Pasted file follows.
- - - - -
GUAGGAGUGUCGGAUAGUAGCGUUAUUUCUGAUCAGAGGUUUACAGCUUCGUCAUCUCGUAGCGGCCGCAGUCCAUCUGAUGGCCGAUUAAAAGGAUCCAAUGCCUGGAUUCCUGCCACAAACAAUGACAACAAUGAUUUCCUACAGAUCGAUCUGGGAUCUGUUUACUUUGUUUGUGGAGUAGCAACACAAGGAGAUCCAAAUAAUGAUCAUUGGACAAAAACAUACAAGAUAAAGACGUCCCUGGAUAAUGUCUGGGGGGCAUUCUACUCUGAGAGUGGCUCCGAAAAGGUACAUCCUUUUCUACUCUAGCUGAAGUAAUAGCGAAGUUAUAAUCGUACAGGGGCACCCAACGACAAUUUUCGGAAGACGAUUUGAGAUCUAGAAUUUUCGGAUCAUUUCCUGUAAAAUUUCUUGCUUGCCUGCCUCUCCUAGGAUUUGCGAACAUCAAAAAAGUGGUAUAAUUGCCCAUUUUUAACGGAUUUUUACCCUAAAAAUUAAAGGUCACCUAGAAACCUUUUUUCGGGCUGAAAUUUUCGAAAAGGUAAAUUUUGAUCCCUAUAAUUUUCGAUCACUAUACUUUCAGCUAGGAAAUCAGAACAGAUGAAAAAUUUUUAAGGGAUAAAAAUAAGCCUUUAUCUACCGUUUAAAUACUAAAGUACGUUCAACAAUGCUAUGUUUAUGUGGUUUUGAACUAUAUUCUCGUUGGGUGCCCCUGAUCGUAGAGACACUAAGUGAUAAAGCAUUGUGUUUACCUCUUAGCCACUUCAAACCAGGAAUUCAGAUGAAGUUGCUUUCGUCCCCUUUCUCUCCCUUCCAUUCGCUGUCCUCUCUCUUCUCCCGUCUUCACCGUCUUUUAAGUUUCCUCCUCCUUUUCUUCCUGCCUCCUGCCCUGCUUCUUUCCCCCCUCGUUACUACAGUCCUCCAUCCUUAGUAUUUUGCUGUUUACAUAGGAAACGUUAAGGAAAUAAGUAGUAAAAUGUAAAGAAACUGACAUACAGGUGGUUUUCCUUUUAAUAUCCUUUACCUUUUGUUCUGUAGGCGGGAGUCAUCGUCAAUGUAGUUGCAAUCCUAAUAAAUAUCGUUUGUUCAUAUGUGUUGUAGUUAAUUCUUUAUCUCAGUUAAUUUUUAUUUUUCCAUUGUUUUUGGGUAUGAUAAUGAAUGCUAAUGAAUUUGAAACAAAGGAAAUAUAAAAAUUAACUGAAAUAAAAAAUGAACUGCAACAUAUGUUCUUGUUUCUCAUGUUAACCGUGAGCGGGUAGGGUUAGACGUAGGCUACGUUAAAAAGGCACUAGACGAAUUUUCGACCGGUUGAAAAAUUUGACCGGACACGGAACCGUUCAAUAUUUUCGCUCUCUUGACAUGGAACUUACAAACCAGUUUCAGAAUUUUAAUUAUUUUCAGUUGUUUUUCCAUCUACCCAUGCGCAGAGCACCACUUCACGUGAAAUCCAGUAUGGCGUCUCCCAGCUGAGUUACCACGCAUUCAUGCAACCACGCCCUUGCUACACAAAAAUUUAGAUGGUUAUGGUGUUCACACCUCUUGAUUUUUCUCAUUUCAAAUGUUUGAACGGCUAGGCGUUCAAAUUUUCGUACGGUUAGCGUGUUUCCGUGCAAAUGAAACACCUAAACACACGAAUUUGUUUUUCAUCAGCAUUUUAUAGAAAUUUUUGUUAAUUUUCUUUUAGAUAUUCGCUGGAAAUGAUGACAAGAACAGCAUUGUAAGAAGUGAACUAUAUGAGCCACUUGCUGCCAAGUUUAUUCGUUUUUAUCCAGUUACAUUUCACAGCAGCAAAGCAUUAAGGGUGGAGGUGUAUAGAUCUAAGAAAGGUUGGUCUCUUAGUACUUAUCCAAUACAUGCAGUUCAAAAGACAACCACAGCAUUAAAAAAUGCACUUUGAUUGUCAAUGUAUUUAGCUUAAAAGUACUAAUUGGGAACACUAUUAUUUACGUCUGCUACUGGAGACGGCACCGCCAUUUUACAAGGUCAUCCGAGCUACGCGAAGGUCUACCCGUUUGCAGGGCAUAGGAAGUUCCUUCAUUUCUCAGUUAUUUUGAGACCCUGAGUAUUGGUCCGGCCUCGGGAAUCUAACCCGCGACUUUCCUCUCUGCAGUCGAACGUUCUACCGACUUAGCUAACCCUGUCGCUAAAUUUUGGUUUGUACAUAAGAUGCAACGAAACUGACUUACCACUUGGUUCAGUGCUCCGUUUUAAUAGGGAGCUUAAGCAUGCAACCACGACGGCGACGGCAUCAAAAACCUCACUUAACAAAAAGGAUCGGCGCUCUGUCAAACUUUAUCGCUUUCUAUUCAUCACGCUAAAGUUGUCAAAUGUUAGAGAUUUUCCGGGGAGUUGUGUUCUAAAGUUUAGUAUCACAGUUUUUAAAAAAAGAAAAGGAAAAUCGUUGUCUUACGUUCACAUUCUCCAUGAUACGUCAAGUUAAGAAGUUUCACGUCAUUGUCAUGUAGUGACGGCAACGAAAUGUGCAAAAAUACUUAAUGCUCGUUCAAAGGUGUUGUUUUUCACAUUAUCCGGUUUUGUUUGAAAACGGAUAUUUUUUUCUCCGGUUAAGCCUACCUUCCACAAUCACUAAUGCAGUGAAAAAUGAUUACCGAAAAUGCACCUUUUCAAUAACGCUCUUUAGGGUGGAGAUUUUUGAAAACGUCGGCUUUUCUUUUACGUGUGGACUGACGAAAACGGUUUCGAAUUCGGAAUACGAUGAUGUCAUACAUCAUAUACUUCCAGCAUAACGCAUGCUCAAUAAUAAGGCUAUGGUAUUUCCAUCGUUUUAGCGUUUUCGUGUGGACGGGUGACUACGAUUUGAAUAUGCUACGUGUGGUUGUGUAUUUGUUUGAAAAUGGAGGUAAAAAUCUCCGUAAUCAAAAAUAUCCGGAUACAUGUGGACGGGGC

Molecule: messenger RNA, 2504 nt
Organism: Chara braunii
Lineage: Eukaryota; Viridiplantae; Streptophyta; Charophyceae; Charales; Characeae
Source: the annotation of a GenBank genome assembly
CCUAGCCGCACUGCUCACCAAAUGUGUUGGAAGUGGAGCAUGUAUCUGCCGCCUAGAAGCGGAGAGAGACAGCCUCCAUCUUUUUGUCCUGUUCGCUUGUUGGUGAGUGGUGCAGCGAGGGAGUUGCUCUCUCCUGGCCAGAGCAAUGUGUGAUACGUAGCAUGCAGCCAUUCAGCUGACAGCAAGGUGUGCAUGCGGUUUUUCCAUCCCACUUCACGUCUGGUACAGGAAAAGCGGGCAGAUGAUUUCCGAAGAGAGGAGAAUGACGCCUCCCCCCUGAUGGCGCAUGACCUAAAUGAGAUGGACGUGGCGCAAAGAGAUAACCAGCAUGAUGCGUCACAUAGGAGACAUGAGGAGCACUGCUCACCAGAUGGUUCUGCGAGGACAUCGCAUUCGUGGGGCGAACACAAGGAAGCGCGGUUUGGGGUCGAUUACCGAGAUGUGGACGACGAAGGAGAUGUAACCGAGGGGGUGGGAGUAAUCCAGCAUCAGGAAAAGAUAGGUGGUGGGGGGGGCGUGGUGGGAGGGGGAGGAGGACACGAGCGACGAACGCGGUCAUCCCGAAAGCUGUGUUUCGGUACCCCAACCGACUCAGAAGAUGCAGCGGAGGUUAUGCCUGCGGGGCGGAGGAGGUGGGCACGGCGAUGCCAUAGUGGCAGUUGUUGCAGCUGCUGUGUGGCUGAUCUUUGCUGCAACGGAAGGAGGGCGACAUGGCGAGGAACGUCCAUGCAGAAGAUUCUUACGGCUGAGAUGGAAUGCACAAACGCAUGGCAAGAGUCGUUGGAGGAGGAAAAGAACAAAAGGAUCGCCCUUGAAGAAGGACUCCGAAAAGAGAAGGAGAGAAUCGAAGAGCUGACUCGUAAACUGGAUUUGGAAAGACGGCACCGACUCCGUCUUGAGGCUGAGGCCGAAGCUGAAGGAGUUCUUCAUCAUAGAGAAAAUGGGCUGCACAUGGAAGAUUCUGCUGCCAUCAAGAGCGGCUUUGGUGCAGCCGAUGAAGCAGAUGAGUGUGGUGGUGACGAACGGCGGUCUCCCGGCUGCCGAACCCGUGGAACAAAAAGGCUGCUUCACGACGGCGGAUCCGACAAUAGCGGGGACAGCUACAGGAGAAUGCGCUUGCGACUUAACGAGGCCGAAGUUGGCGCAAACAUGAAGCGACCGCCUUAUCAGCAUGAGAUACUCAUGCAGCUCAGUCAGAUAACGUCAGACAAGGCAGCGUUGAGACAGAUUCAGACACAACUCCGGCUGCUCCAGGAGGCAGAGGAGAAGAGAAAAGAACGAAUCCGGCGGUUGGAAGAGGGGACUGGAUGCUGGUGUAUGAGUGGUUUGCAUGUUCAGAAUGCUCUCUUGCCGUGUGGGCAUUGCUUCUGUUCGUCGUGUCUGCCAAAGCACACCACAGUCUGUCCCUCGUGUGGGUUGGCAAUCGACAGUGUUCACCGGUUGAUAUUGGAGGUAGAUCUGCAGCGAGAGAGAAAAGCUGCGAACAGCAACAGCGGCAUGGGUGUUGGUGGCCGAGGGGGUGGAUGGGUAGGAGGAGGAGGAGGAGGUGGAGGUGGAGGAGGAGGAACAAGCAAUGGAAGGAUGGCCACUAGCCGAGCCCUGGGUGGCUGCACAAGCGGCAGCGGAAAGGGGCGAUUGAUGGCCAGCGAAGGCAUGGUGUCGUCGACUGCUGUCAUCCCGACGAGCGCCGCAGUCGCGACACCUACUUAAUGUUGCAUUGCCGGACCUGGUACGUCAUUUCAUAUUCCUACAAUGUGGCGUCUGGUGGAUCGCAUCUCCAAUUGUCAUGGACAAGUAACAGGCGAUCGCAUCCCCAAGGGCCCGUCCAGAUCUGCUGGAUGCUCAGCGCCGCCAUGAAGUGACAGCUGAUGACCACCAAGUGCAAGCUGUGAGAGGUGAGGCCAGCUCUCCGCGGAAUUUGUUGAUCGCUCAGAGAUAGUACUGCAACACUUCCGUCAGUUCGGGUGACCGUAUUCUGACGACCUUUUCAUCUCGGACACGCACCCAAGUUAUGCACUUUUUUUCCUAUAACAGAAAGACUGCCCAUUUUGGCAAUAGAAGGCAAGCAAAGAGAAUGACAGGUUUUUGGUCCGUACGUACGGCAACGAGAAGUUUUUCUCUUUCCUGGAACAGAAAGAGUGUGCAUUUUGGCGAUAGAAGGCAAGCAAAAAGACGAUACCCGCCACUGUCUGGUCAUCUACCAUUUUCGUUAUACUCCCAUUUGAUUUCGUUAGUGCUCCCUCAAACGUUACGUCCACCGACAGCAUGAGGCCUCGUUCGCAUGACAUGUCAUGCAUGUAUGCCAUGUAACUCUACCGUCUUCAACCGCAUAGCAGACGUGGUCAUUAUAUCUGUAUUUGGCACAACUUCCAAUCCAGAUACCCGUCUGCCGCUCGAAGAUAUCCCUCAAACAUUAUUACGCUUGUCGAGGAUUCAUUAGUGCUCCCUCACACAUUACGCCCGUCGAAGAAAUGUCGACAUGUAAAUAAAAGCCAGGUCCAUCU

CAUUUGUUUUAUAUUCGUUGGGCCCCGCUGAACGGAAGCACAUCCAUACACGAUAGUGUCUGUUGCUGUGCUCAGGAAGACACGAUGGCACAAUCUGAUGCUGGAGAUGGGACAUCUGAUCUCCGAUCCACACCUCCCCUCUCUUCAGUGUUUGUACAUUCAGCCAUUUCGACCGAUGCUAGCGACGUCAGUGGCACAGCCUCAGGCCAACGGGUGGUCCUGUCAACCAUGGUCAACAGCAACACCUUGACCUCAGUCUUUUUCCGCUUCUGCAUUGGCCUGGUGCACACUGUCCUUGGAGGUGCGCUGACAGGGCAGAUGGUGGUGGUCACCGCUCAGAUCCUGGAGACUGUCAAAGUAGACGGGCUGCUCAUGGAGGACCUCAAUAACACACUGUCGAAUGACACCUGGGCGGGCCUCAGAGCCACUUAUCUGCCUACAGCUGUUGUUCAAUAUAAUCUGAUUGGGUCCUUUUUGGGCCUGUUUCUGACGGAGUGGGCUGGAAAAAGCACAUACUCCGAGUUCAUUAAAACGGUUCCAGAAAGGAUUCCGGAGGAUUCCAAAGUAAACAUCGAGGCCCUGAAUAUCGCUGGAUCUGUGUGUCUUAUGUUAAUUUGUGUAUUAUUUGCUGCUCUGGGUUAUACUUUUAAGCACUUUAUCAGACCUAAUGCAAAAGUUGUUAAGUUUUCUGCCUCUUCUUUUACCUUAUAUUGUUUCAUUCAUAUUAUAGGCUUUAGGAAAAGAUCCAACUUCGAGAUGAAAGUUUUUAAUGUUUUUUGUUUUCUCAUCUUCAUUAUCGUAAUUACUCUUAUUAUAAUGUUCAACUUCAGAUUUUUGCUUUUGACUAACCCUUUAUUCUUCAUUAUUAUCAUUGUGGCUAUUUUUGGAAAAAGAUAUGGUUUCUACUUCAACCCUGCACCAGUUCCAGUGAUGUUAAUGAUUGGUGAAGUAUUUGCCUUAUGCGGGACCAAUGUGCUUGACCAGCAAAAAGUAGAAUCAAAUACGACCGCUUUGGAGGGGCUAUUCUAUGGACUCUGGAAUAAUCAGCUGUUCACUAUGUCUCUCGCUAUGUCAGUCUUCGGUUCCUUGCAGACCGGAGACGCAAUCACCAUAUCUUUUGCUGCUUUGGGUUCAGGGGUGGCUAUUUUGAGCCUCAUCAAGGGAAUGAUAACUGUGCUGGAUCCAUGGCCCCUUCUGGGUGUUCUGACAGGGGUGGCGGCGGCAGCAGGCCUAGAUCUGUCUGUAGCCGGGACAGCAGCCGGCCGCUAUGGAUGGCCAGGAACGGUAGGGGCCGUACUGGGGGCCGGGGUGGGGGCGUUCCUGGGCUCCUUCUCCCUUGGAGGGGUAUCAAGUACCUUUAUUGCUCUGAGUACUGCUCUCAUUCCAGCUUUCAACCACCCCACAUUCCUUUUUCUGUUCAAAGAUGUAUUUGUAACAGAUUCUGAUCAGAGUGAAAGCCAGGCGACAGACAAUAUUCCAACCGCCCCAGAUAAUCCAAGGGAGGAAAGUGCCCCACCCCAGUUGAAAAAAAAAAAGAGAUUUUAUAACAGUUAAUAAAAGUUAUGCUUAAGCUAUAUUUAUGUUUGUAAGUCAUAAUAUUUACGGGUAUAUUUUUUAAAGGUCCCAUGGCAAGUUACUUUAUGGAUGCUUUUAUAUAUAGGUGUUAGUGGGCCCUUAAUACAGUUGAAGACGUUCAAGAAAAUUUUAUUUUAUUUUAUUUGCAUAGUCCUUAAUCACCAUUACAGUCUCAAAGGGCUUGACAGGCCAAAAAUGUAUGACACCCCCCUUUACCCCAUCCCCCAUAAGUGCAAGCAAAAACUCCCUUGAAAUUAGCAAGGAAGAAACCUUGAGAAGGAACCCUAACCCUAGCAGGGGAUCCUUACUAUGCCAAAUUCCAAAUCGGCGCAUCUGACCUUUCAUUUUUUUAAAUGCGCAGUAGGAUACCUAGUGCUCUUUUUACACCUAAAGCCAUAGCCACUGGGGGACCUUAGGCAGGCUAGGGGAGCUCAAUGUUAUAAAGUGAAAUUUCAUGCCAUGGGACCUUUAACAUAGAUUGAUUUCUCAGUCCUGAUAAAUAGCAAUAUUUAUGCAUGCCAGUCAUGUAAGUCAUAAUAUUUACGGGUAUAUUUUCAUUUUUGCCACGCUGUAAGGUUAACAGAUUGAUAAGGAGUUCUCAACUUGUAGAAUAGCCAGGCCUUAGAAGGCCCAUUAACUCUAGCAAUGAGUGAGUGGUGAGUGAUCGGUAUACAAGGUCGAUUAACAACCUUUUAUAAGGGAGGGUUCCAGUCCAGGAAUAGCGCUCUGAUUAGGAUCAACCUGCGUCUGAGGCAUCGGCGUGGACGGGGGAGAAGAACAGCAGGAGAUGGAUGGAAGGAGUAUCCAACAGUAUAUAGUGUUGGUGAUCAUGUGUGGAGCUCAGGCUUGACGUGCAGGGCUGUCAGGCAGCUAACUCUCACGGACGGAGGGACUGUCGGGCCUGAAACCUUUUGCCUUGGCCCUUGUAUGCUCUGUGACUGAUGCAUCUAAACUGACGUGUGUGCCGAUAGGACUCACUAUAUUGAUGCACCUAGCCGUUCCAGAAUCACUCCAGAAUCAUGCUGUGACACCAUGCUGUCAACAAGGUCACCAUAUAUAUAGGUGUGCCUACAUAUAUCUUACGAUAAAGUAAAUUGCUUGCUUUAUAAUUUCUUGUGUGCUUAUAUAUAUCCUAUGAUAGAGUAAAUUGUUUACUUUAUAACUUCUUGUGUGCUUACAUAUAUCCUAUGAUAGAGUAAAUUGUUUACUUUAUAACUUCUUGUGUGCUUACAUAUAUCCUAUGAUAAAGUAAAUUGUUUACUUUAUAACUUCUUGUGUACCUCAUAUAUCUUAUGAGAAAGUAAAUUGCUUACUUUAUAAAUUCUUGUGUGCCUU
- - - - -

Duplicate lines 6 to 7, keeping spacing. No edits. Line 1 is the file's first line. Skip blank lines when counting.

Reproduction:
CCUAGCCGCACUGCUCACCAAAUGUGUUGGAAGUGGAGCAUGUAUCUGCCGCCUAGAAGCGGAGAGAGACAGCCUCCAUCUUUUUGUCCUGUUCGCUUGUUGGUGAGUGGUGCAGCGAGGGAGUUGCUCUCUCCUGGCCAGAGCAAUGUGUGAUACGUAGCAUGCAGCCAUUCAGCUGACAGCAAGGUGUGCAUGCGGUUUUUCCAUCCCACUUCACGUCUGGUACAGGAAAAGCGGGCAGAUGAUUUCCGAAGAGAGGAGAAUGACGCCUCCCCCCUGAUGGCGCAUGACCUAAAUGAGAUGGACGUGGCGCAAAGAGAUAACCAGCAUGAUGCGUCACAUAGGAGACAUGAGGAGCACUGCUCACCAGAUGGUUCUGCGAGGACAUCGCAUUCGUGGGGCGAACACAAGGAAGCGCGGUUUGGGGUCGAUUACCGAGAUGUGGACGACGAAGGAGAUGUAACCGAGGGGGUGGGAGUAAUCCAGCAUCAGGAAAAGAUAGGUGGUGGGGGGGGCGUGGUGGGAGGGGGAGGAGGACACGAGCGACGAACGCGGUCAUCCCGAAAGCUGUGUUUCGGUACCCCAACCGACUCAGAAGAUGCAGCGGAGGUUAUGCCUGCGGGGCGGAGGAGGUGGGCACGGCGAUGCCAUAGUGGCAGUUGUUGCAGCUGCUGUGUGGCUGAUCUUUGCUGCAACGGAAGGAGGGCGACAUGGCGAGGAACGUCCAUGCAGAAGAUUCUUACGGCUGAGAUGGAAUGCACAAACGCAUGGCAAGAGUCGUUGGAGGAGGAAAAGAACAAAAGGAUCGCCCUUGAAGAAGGACUCCGAAAAGAGAAGGAGAGAAUCGAAGAGCUGACUCGUAAACUGGAUUUGGAAAGACGGCACCGACUCCGUCUUGAGGCUGAGGCCGAAGCUGAAGGAGUUCUUCAUCAUAGAGAAAAUGGGCUGCACAUGGAAGAUUCUGCUGCCAUCAAGAGCGGCUUUGGUGCAGCCGAUGAAGCAGAUGAGUGUGGUGGUGACGAACGGCGGUCUCCCGGCUGCCGAACCCGUGGAACAAAAAGGCUGCUUCACGACGGCGGAUCCGACAAUAGCGGGGACAGCUACAGGAGAAUGCGCUUGCGACUUAACGAGGCCGAAGUUGGCGCAAACAUGAAGCGACCGCCUUAUCAGCAUGAGAUACUCAUGCAGCUCAGUCAGAUAACGUCAGACAAGGCAGCGUUGAGACAGAUUCAGACACAACUCCGGCUGCUCCAGGAGGCAGAGGAGAAGAGAAAAGAACGAAUCCGGCGGUUGGAAGAGGGGACUGGAUGCUGGUGUAUGAGUGGUUUGCAUGUUCAGAAUGCUCUCUUGCCGUGUGGGCAUUGCUUCUGUUCGUCGUGUCUGCCAAAGCACACCACAGUCUGUCCCUCGUGUGGGUUGGCAAUCGACAGUGUUCACCGGUUGAUAUUGGAGGUAGAUCUGCAGCGAGAGAGAAAAGCUGCGAACAGCAACAGCGGCAUGGGUGUUGGUGGCCGAGGGGGUGGAUGGGUAGGAGGAGGAGGAGGAGGUGGAGGUGGAGGAGGAGGAACAAGCAAUGGAAGGAUGGCCACUAGCCGAGCCCUGGGUGGCUGCACAAGCGGCAGCGGAAAGGGGCGAUUGAUGGCCAGCGAAGGCAUGGUGUCGUCGACUGCUGUCAUCCCGACGAGCGCCGCAGUCGCGACACCUACUUAAUGUUGCAUUGCCGGACCUGGUACGUCAUUUCAUAUUCCUACAAUGUGGCGUCUGGUGGAUCGCAUCUCCAAUUGUCAUGGACAAGUAACAGGCGAUCGCAUCCCCAAGGGCCCGUCCAGAUCUGCUGGAUGCUCAGCGCCGCCAUGAAGUGACAGCUGAUGACCACCAAGUGCAAGCUGUGAGAGGUGAGGCCAGCUCUCCGCGGAAUUUGUUGAUCGCUCAGAGAUAGUACUGCAACACUUCCGUCAGUUCGGGUGACCGUAUUCUGACGACCUUUUCAUCUCGGACACGCACCCAAGUUAUGCACUUUUUUUCCUAUAACAGAAAGACUGCCCAUUUUGGCAAUAGAAGGCAAGCAAAGAGAAUGACAGGUUUUUGGUCCGUACGUACGGCAACGAGAAGUUUUUCUCUUUCCUGGAACAGAAAGAGUGUGCAUUUUGGCGAUAGAAGGCAAGCAAAAAGACGAUACCCGCCACUGUCUGGUCAUCUACCAUUUUCGUUAUACUCCCAUUUGAUUUCGUUAGUGCUCCCUCAAACGUUACGUCCACCGACAGCAUGAGGCCUCGUUCGCAUGACAUGUCAUGCAUGUAUGCCAUGUAACUCUACCGUCUUCAACCGCAUAGCAGACGUGGUCAUUAUAUCUGUAUUUGGCACAACUUCCAAUCCAGAUACCCGUCUGCCGCUCGAAGAUAUCCCUCAAACAUUAUUACGCUUGUCGAGGAUUCAUUAGUGCUCCCUCACACAUUACGCCCGUCGAAGAAAUGUCGACAUGUAAAUAAAAGCCAGGUCCAUCU

CAUUUGUUUUAUAUUCGUUGGGCCCCGCUGAACGGAAGCACAUCCAUACACGAUAGUGUCUGUUGCUGUGCUCAGGAAGACACGAUGGCACAAUCUGAUGCUGGAGAUGGGACAUCUGAUCUCCGAUCCACACCUCCCCUCUCUUCAGUGUUUGUACAUUCAGCCAUUUCGACCGAUGCUAGCGACGUCAGUGGCACAGCCUCAGGCCAACGGGUGGUCCUGUCAACCAUGGUCAACAGCAACACCUUGACCUCAGUCUUUUUCCGCUUCUGCAUUGGCCUGGUGCACACUGUCCUUGGAGGUGCGCUGACAGGGCAGAUGGUGGUGGUCACCGCUCAGAUCCUGGAGACUGUCAAAGUAGACGGGCUGCUCAUGGAGGACCUCAAUAACACACUGUCGAAUGACACCUGGGCGGGCCUCAGAGCCACUUAUCUGCCUACAGCUGUUGUUCAAUAUAAUCUGAUUGGGUCCUUUUUGGGCCUGUUUCUGACGGAGUGGGCUGGAAAAAGCACAUACUCCGAGUUCAUUAAAACGGUUCCAGAAAGGAUUCCGGAGGAUUCCAAAGUAAACAUCGAGGCCCUGAAUAUCGCUGGAUCUGUGUGUCUUAUGUUAAUUUGUGUAUUAUUUGCUGCUCUGGGUUAUACUUUUAAGCACUUUAUCAGACCUAAUGCAAAAGUUGUUAAGUUUUCUGCCUCUUCUUUUACCUUAUAUUGUUUCAUUCAUAUUAUAGGCUUUAGGAAAAGAUCCAACUUCGAGAUGAAAGUUUUUAAUGUUUUUUGUUUUCUCAUCUUCAUUAUCGUAAUUACUCUUAUUAUAAUGUUCAACUUCAGAUUUUUGCUUUUGACUAACCCUUUAUUCUUCAUUAUUAUCAUUGUGGCUAUUUUUGGAAAAAGAUAUGGUUUCUACUUCAACCCUGCACCAGUUCCAGUGAUGUUAAUGAUUGGUGAAGUAUUUGCCUUAUGCGGGACCAAUGUGCUUGACCAGCAAAAAGUAGAAUCAAAUACGACCGCUUUGGAGGGGCUAUUCUAUGGACUCUGGAAUAAUCAGCUGUUCACUAUGUCUCUCGCUAUGUCAGUCUUCGGUUCCUUGCAGACCGGAGACGCAAUCACCAUAUCUUUUGCUGCUUUGGGUUCAGGGGUGGCUAUUUUGAGCCUCAUCAAGGGAAUGAUAACUGUGCUGGAUCCAUGGCCCCUUCUGGGUGUUCUGACAGGGGUGGCGGCGGCAGCAGGCCUAGAUCUGUCUGUAGCCGGGACAGCAGCCGGCCGCUAUGGAUGGCCAGGAACGGUAGGGGCCGUACUGGGGGCCGGGGUGGGGGCGUUCCUGGGCUCCUUCUCCCUUGGAGGGGUAUCAAGUACCUUUAUUGCUCUGAGUACUGCUCUCAUUCCAGCUUUCAACCACCCCACAUUCCUUUUUCUGUUCAAAGAUGUAUUUGUAACAGAUUCUGAUCAGAGUGAAAGCCAGGCGACAGACAAUAUUCCAACCGCCCCAGAUAAUCCAAGGGAGGAAAGUGCCCCACCCCAGUUGAAAAAAAAAAAGAGAUUUUAUAACAGUUAAUAAAAGUUAUGCUUAAGCUAUAUUUAUGUUUGUAAGUCAUAAUAUUUACGGGUAUAUUUUUUAAAGGUCCCAUGGCAAGUUACUUUAUGGAUGCUUUUAUAUAUAGGUGUUAGUGGGCCCUUAAUACAGUUGAAGACGUUCAAGAAAAUUUUAUUUUAUUUUAUUUGCAUAGUCCUUAAUCACCAUUACAGUCUCAAAGGGCUUGACAGGCCAAAAAUGUAUGACACCCCCCUUUACCCCAUCCCCCAUAAGUGCAAGCAAAAACUCCCUUGAAAUUAGCAAGGAAGAAACCUUGAGAAGGAACCCUAACCCUAGCAGGGGAUCCUUACUAUGCCAAAUUCCAAAUCGGCGCAUCUGACCUUUCAUUUUUUUAAAUGCGCAGUAGGAUACCUAGUGCUCUUUUUACACCUAAAGCCAUAGCCACUGGGGGACCUUAGGCAGGCUAGGGGAGCUCAAUGUUAUAAAGUGAAAUUUCAUGCCAUGGGACCUUUAACAUAGAUUGAUUUCUCAGUCCUGAUAAAUAGCAAUAUUUAUGCAUGCCAGUCAUGUAAGUCAUAAUAUUUACGGGUAUAUUUUCAUUUUUGCCACGCUGUAAGGUUAACAGAUUGAUAAGGAGUUCUCAACUUGUAGAAUAGCCAGGCCUUAGAAGGCCCAUUAACUCUAGCAAUGAGUGAGUGGUGAGUGAUCGGUAUACAAGGUCGAUUAACAACCUUUUAUAAGGGAGGGUUCCAGUCCAGGAAUAGCGCUCUGAUUAGGAUCAACCUGCGUCUGAGGCAUCGGCGUGGACGGGGGAGAAGAACAGCAGGAGAUGGAUGGAAGGAGUAUCCAACAGUAUAUAGUGUUGGUGAUCAUGUGUGGAGCUCAGGCUUGACGUGCAGGGCUGUCAGGCAGCUAACUCUCACGGACGGAGGGACUGUCGGGCCUGAAACCUUUUGCCUUGGCCCUUGUAUGCUCUGUGACUGAUGCAUCUAAACUGACGUGUGUGCCGAUAGGACUCACUAUAUUGAUGCACCUAGCCGUUCCAGAAUCACUCCAGAAUCAUGCUGUGACACCAUGCUGUCAACAAGGUCACCAUAUAUAUAGGUGUGCCUACAUAUAUCUUACGAUAAAGUAAAUUGCUUGCUUUAUAAUUUCUUGUGUGCUUAUAUAUAUCCUAUGAUAGAGUAAAUUGUUUACUUUAUAACUUCUUGUGUGCUUACAUAUAUCCUAUGAUAGAGUAAAUUGUUUACUUUAUAACUUCUUGUGUGCUUACAUAUAUCCUAUGAUAAAGUAAAUUGUUUACUUUAUAACUUCUUGUGUACCUCAUAUAUCUUAUGAGAAAGUAAAUUGCUUACUUUAUAAAUUCUUGUGUGCCUU